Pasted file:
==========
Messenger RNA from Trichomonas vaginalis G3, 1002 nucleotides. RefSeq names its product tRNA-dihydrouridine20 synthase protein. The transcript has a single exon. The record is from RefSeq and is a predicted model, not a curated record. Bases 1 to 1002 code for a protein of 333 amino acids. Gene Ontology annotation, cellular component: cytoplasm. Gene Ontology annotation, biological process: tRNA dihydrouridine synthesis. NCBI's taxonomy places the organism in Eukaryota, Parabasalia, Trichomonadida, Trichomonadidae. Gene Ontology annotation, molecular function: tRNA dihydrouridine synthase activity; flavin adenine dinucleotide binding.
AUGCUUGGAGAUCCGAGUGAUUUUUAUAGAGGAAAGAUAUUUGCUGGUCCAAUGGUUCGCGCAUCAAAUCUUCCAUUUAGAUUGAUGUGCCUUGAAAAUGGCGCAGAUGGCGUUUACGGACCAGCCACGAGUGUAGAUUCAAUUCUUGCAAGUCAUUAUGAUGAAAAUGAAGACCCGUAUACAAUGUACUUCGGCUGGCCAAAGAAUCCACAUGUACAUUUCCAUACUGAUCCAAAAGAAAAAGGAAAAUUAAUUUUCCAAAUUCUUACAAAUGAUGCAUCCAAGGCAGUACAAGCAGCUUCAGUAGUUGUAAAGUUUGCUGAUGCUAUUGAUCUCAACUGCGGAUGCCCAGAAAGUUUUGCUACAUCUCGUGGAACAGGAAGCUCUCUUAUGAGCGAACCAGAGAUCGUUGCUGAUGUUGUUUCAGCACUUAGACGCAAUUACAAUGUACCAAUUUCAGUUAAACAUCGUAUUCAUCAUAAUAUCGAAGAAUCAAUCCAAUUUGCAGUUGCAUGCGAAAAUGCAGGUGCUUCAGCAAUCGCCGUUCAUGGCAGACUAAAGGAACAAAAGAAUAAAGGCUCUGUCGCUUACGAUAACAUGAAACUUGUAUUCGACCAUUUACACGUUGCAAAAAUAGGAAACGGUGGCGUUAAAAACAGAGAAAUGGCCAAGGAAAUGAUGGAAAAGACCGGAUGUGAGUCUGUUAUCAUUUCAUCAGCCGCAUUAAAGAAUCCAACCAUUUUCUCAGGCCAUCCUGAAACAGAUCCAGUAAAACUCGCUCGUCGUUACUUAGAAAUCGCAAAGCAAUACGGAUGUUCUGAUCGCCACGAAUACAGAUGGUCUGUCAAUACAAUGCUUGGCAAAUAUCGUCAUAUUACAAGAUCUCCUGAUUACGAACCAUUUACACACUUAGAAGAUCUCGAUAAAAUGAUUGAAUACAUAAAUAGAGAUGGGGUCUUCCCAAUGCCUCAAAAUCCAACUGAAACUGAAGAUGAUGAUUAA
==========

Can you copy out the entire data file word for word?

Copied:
Messenger RNA from Trichomonas vaginalis G3, 1002 nucleotides. RefSeq names its product tRNA-dihydrouridine20 synthase protein. The transcript has a single exon. The record is from RefSeq and is a predicted model, not a curated record. Bases 1 to 1002 code for a protein of 333 amino acids. Gene Ontology annotation, cellular component: cytoplasm. Gene Ontology annotation, biological process: tRNA dihydrouridine synthesis. NCBI's taxonomy places the organism in Eukaryota, Parabasalia, Trichomonadida, Trichomonadidae. Gene Ontology annotation, molecular function: tRNA dihydrouridine synthase activity; flavin adenine dinucleotide binding.
AUGCUUGGAGAUCCGAGUGAUUUUUAUAGAGGAAAGAUAUUUGCUGGUCCAAUGGUUCGCGCAUCAAAUCUUCCAUUUAGAUUGAUGUGCCUUGAAAAUGGCGCAGAUGGCGUUUACGGACCAGCCACGAGUGUAGAUUCAAUUCUUGCAAGUCAUUAUGAUGAAAAUGAAGACCCGUAUACAAUGUACUUCGGCUGGCCAAAGAAUCCACAUGUACAUUUCCAUACUGAUCCAAAAGAAAAAGGAAAAUUAAUUUUCCAAAUUCUUACAAAUGAUGCAUCCAAGGCAGUACAAGCAGCUUCAGUAGUUGUAAAGUUUGCUGAUGCUAUUGAUCUCAACUGCGGAUGCCCAGAAAGUUUUGCUACAUCUCGUGGAACAGGAAGCUCUCUUAUGAGCGAACCAGAGAUCGUUGCUGAUGUUGUUUCAGCACUUAGACGCAAUUACAAUGUACCAAUUUCAGUUAAACAUCGUAUUCAUCAUAAUAUCGAAGAAUCAAUCCAAUUUGCAGUUGCAUGCGAAAAUGCAGGUGCUUCAGCAAUCGCCGUUCAUGGCAGACUAAAGGAACAAAAGAAUAAAGGCUCUGUCGCUUACGAUAACAUGAAACUUGUAUUCGACCAUUUACACGUUGCAAAAAUAGGAAACGGUGGCGUUAAAAACAGAGAAAUGGCCAAGGAAAUGAUGGAAAAGACCGGAUGUGAGUCUGUUAUCAUUUCAUCAGCCGCAUUAAAGAAUCCAACCAUUUUCUCAGGCCAUCCUGAAACAGAUCCAGUAAAACUCGCUCGUCGUUACUUAGAAAUCGCAAAGCAAUACGGAUGUUCUGAUCGCCACGAAUACAGAUGGUCUGUCAAUACAAUGCUUGGCAAAUAUCGUCAUAUUACAAGAUCUCCUGAUUACGAACCAUUUACACACUUAGAAGAUCUCGAUAAAAUGAUUGAAUACAUAAAUAGAGAUGGGGUCUUCCCAAUGCCUCAAAAUCCAACUGAAACUGAAGAUGAUGAUUAA